The 18th session of the Conference of the Parties to the United Nations Framework Convention on Climate Change (UNFCCC) and the 8th session of the Parties to the Kyoto Protocol is taking place from Monday, November 26 to Friday, December 7, 2012 at the Qatar National Convention Centre in Doha, Qatar. The United Nations chose the Qatari capital of Boha as the location for this year's round of climate change talks.  Qatar is the world’s biggest per capita emitter of greenhouse gases.  The Intergovernmental Panel on Climate Change (IPCC) will be taking part in the Doha Climate Change Conference (COP 18 / CMP 8) with a wide-ranging programme of events as it prepares to launch the first part of its Fifth Assessment Report (AR5) in September next year. The Chairman of the IPCC, Rajendra Pachauri, addressed the gathering.

A $100-billion-a-year promise from rich nations — including Canada — to help poor countries deal with climate change is still unfunded as of the end of 2012, a new report shows.  And a second fund, meant to jump start the promise, will run dry by Dec. 31.  Canada has given $400 million a year for the last three years to the latter climate fund to provide a down payment for poor countries to begin the work of cutting emissions and adapting to the inevitable effects of global warming. But that fund drew only three years’ worth of financial commitments from donor countries, for a total of $30 billion that will be drained by year’s end. 
The larger promise made by rich countries in Copenhagen in 2009 to raise $100 billion a year by 2020 is not going to happen.  The $100 billion figure must not be an empty promise nor the Green Climate Fund an empty bank account.

The two-decade-old U.N. talks have not fulfilled their main purpose: reducing the greenhouse gas emissions that scientists say are warming the planet. The goal is to keep the global temperature rise under 2 degrees C (3.6 F), compared to pre-industrial times. Efforts taken so far to rein in emissions, reduce deforestation and promote clean technology are not getting the job done. A recent projection by the World Bank showed temperatures are expected to increase by up to 4 degrees C (7.2 F) by 2100.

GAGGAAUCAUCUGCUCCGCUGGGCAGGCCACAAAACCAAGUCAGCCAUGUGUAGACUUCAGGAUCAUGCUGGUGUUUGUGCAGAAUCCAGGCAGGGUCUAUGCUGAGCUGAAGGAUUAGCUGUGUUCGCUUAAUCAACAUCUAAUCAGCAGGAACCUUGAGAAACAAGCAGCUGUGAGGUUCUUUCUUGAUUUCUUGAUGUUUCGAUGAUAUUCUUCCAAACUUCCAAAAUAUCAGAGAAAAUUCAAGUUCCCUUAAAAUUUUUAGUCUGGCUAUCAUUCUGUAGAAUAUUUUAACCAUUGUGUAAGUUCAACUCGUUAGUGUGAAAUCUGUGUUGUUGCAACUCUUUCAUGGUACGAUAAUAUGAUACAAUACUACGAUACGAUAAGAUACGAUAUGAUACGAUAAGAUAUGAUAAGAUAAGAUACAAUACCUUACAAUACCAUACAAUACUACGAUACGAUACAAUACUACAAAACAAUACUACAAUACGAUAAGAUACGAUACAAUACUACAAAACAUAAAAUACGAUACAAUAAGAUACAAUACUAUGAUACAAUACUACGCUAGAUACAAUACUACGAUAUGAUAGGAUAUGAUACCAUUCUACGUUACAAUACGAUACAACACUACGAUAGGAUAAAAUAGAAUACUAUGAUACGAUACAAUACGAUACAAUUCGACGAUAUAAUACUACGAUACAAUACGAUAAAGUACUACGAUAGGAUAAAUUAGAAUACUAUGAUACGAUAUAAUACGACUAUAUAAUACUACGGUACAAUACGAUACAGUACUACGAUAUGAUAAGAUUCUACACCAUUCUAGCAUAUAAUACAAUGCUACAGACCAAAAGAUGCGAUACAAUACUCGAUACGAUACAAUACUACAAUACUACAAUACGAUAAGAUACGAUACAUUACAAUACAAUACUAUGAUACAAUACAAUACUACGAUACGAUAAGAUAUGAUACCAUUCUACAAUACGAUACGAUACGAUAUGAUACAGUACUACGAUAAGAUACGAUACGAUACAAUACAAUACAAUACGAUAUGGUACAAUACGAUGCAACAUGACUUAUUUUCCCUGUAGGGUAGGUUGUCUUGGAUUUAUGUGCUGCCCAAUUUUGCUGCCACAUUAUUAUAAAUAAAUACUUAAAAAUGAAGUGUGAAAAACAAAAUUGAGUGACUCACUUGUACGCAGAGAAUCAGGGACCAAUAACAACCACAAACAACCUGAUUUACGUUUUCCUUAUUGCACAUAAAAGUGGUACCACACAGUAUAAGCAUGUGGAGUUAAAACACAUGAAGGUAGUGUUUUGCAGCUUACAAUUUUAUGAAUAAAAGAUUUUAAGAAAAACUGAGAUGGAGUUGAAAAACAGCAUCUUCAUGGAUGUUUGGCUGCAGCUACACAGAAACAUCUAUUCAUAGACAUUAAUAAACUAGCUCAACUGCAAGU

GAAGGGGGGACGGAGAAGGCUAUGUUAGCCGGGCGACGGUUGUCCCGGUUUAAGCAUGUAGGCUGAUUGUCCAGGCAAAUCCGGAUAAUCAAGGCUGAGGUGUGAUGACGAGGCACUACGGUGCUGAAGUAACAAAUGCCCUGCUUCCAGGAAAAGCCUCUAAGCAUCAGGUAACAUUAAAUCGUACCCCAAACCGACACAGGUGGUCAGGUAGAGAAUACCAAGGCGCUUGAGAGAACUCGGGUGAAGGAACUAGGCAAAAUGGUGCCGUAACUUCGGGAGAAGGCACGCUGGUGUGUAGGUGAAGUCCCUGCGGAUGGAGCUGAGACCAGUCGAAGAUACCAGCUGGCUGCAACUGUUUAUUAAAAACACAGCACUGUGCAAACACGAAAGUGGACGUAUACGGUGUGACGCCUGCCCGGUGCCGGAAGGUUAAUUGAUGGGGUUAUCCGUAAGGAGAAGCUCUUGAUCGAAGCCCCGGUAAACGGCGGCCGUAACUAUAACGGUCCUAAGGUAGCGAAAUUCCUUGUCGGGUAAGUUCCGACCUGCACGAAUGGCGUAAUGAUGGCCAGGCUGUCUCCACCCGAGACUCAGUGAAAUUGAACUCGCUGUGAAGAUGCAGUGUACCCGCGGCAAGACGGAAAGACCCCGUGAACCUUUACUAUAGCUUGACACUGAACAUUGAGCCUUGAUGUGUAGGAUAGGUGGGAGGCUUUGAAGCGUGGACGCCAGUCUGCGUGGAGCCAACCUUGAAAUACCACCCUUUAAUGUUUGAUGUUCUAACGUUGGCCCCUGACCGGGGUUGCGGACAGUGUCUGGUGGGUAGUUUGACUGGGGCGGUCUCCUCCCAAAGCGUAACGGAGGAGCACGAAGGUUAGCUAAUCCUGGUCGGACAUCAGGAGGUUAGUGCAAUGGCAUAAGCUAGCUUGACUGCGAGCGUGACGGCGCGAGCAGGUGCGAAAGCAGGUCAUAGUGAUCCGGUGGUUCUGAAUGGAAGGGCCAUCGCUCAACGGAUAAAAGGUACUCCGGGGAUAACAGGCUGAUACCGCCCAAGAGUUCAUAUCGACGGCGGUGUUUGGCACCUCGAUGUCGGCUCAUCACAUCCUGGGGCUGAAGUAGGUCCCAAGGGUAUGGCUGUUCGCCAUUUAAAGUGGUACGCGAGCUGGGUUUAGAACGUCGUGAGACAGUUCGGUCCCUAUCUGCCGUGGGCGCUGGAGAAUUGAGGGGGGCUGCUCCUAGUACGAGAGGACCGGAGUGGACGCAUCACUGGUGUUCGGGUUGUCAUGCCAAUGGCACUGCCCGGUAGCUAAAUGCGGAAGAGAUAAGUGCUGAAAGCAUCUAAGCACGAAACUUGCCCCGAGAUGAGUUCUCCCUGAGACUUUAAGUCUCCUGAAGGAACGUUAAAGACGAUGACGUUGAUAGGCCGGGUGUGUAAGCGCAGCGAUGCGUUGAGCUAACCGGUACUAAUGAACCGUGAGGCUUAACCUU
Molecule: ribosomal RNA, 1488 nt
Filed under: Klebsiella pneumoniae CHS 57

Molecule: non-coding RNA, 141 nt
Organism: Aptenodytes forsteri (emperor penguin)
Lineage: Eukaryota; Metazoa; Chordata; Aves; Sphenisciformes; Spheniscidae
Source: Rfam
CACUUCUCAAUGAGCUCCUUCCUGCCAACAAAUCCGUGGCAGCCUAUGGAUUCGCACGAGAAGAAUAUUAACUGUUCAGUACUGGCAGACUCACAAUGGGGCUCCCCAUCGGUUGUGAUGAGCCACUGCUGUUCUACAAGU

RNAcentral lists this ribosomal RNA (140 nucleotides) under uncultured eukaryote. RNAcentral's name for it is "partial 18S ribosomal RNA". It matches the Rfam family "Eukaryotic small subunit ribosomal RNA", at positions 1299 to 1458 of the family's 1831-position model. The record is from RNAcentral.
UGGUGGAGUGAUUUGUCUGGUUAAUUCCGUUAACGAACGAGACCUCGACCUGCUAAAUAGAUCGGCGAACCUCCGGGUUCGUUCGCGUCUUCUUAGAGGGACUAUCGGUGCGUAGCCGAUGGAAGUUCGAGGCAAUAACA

This year marks the end of the first commitment period of the 1997 Kyoto protocol. But it was never ratified by the US, contains no obligations for developing countries and has been abandoned by others. Kyoto will limp on, as the EU and some developing countries want it, but without an effective new treaty there will be no global resolve to tackle emissions.  The United States rejected Kyoto because it didn’t impose any binding commitments on major developing countries such as India and China, which is now the world’s No. 1 carbon emitter.  (The Miami Herald, 11/26/2012, Metro News, 11/25/2012, The Guardian, 11/25/2012)

Read more here:

Friday, November 23, 2012

The Collapse of Black Wealth

How One County Came to Symbolize the Collapse of Black Wealth in America

Prince Georges County, Maryland was once a of beacon of hope for black America, but that all changed with the housing crisis. After the crisis, the county came to signify the bursting of the housing bubble, taking black wealth right along with it. detailing the collapse for, (in her article listed below ) paints the picture of black wealth that existed within Prince Georges County before the recession and accompanying housing collapse:

Across the country, in the final decades of the 20th century, minorities were moving into suburbs in unprecedented numbers. But Prince George’s County was distinct: It was one of the few places—like Southfield, Michigan, outside of Detroit; Warrensville Heights, Ohio, outside of Cleveland; and DeKalb County, Georgia, outside of Atlanta—that grew wealthier as it became blacker. Median income in Prince George’s outpaced the national median from the 1970 census forward.